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The Bank of Canada abandoned on Wednesday an 18-month stretch of rate-hike talk


in a dramatic policy shift that highlighted lower-than-expected growth and the risk of persistently weak inflation.

Here’s what economists are saying about the statement:

Peter Buchanan, CIBC:

The Bank’s statement this morning was surprisingly dovish, lending potential support to fixed income, weighing on the C$. Of particular note, the Bank has removed the previous tightening bias. The policy part of the statement refers to downside risks on the inflation side given the persistently below target CPI offsetting earlier unease over household sector imbalances. The outlook has also been significantly downgraded, with gdp growth this years pared two ticks to 1.6% and a four tick cut in 2014 to 2.3%. The expected date for the closing of the output gap has been pushed back two quarters to the end of 2015, consistent with the slower profile for growth. The economy is now seen as expanding at a 1.8% pace in Q3, two percentage points below earlier expectations and slightly softer than our own call. Overall, a solid plus for bonds, negative for the dollar, to reiterate.

Capital Economics:

The Bank of Canada’s decision to downgrade its economic outlook and drop its vague tightening bias supports our view that if there is any change in monetary policy over the near-term, it would be to provide more policy support, not less. With economic growth likely to remain sluggish and housing likely to re-emerge as a drag next year, we wouldn’t rule out a rate cut at some point.

Derek Holt and Don Zigler, Scotiabank Economics:

This is all very consistent with our view that the BoC is on hold into late 2015 or possibly 2016 and much later than consensus which is still tracking late 2014. Consensus will be revising their forecasts after this, but the market is voting. I think the BoC will resist cutting the o/n rate, but will welcome the rally. The BoC put it well in flagging risks of a rate cut when it noted in the final paragraph that they are more concerned about persistent downsides to inflation, but are cognizant of the risks of “exacerbating already-elevated household imbalances.” In my opinion, the household imbalances will turn to a considerably softer picture over time that will require prolonged easy money in Canada.

Our views on the output gap are now somewhat eerily aligned for the first time since I can remember offhand as our revised outlook for the output gap using the BoC’s lowered potential growth assumptions and our own actual GDP growth forecast matches the BoC’s output gap using their potential and actual growth assumptions.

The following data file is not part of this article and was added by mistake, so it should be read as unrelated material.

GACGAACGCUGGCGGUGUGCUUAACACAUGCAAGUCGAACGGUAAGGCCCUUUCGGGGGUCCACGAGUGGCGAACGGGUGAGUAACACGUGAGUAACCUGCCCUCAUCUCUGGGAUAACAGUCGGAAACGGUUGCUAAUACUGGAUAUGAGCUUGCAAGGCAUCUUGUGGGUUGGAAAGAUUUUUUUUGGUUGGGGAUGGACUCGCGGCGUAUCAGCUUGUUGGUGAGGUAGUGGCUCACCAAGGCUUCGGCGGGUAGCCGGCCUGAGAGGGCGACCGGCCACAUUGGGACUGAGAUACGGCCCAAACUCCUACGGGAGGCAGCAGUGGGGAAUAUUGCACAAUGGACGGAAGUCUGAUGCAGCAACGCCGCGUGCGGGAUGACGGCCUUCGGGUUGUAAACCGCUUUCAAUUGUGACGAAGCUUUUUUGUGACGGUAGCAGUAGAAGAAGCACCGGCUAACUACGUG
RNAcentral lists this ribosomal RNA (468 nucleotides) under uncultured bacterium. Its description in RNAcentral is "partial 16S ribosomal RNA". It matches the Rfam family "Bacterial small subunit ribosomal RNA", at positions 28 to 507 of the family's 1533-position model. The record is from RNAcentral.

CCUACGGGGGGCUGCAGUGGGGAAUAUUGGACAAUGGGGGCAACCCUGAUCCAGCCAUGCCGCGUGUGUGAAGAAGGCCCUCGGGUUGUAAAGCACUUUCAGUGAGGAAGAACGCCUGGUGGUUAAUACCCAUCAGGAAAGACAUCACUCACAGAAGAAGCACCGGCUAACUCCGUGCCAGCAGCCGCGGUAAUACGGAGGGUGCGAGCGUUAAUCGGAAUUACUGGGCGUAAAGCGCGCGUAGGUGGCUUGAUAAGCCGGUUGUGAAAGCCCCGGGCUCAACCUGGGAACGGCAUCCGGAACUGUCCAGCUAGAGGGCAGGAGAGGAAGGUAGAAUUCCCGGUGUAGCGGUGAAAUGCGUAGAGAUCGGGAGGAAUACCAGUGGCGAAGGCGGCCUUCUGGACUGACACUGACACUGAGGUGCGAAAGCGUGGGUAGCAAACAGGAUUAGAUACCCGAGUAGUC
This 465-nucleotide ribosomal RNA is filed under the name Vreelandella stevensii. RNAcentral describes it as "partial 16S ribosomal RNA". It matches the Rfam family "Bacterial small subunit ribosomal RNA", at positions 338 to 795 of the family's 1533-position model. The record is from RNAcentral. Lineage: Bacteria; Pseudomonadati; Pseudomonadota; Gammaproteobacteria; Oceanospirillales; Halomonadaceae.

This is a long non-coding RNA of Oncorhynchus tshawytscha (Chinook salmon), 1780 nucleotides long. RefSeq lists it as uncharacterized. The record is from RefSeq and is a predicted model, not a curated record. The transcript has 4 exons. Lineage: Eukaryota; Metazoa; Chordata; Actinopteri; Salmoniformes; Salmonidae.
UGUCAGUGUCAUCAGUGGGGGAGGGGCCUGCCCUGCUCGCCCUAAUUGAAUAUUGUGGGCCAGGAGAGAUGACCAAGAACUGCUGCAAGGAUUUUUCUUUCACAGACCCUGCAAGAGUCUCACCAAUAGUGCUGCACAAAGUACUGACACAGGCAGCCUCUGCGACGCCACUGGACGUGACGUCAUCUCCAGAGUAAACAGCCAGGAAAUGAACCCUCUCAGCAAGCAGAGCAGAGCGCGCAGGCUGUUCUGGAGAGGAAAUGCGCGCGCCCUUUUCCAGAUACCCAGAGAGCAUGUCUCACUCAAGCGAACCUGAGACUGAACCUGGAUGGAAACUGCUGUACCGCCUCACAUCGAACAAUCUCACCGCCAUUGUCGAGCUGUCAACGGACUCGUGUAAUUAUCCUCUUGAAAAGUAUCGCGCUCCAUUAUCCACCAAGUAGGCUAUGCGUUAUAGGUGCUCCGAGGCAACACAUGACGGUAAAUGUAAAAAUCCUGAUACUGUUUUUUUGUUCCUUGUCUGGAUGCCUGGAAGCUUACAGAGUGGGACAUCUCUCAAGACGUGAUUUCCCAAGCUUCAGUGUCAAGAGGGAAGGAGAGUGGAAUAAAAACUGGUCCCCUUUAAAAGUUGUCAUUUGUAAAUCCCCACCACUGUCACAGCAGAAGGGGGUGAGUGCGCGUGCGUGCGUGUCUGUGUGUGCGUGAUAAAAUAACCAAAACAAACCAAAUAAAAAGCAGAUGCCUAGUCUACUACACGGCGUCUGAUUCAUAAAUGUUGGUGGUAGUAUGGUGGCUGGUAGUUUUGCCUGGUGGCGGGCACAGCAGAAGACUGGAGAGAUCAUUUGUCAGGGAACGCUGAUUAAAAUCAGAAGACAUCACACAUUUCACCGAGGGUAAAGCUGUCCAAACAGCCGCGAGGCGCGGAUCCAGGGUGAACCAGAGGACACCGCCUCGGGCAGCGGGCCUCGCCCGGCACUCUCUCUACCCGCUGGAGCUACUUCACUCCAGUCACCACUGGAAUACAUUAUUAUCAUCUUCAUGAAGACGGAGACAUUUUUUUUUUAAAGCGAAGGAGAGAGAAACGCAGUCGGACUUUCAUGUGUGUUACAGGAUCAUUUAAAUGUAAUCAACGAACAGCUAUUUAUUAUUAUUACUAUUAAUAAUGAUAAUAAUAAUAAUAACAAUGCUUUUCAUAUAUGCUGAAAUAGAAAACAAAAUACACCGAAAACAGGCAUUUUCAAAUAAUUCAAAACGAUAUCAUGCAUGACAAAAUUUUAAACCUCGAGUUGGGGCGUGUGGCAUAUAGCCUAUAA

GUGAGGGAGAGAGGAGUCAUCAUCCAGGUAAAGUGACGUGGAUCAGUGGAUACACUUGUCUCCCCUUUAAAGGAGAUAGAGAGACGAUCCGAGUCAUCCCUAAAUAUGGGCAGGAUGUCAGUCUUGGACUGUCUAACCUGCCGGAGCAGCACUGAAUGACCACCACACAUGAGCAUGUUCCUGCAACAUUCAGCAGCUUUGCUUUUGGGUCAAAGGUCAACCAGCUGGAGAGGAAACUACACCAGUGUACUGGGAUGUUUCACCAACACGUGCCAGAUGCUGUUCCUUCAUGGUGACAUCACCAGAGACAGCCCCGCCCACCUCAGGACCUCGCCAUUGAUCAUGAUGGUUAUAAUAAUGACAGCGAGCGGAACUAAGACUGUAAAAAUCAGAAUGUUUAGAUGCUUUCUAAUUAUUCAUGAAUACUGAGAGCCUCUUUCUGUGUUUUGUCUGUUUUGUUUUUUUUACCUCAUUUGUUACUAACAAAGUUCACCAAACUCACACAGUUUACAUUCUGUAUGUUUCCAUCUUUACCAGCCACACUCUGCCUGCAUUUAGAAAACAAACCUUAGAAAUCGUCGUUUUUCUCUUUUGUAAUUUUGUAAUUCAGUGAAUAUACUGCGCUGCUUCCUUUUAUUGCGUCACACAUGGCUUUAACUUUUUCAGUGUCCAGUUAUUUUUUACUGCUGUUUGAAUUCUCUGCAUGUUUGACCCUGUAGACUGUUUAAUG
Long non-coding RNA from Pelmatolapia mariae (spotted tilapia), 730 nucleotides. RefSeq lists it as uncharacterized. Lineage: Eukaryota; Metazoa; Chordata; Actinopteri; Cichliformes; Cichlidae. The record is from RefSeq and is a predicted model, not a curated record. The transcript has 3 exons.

Gone is the eventual hike bias that was always very weak in any event as Governor Poloz re-writes the bias inherited from Carney though under somewhat different circumstances. To remove it makes an already dovish central bank even more dovish. It will naturally invite fast money to put on leveraged bets at the front-end in favour of a cutting bias and the risk in a modest market like Canada is pointed toward over-shooting on CAD weakness and front-end strength as 2s and 3s have become dearer by about 6bps each so far this morning. I think more CAD weakness and a further front-end rally will be forthcoming.

Paul-André Pinsonnault  and Krishen Rangasamy, National Bank:

The downgrades to the growth forecasts for Canada are not surprising considering the deterioration in the economic and political environment south of the border, something which had the BoC revise down sharply the expected contribution of trade to growth. In that context, the BoC decided to drop its reference for a gradual normalization of policy interest rate in its press release, i.e. the watered-down tightening bias has been removed. The downgrades mean that the output gap now closes only at the end of 2015 according to the BoC. Does that open the door for rate cuts? Given the BoC’s restatement of its concern about household imbalances, it will take significantly weaker numbers than its now-modest growth rates for 2014. Given our forecasts of an improving US economy next year (something that will give a boost to our exports and hence growth), we view that outcome as unlikely. We continue to expect the next BoC to remain on the sidelines throughout next year.

Michael Gregory, BMO:

The Bank of Canada dropped its longer-run tightening bias (“Over time, as the normalization of these conditions unfolds, a gradual normalization of policy interest rates can also be expected…”) saying only “the substantial monetary policy stimulus currently in place remains appropriate.” Given that this bias served as a moral suasion tool to curb household credit appetites (to complement macro-prudential policy tightening efforts) and as a signal that the Bank was not inclined to cut rates in the shorter run, its dropping is a major policy development.

The real GDP forecast downgrade had a . . . meaningful impact and the output gap is now expected to close by the “end of 2015” instead of “around mid-2015” before. This will delay any prospective rate hiking campaign. Indeed, for the first time in a long while, there was no reference in the MPR or Statement to the projection period incorporating some removal of monetary stimulus. Policy rates could end up being lower for a lot longer.

Diana Petramala and Leslie Preston, TD Economics

Given renewed strength in housing, the central bank did recognize the need to take into consideration the risk of exacerbating household imbalances. For now, however, it believes that slower credit growth and higher mortgage interest rates “point to a gradual unwinding of household imbalances”.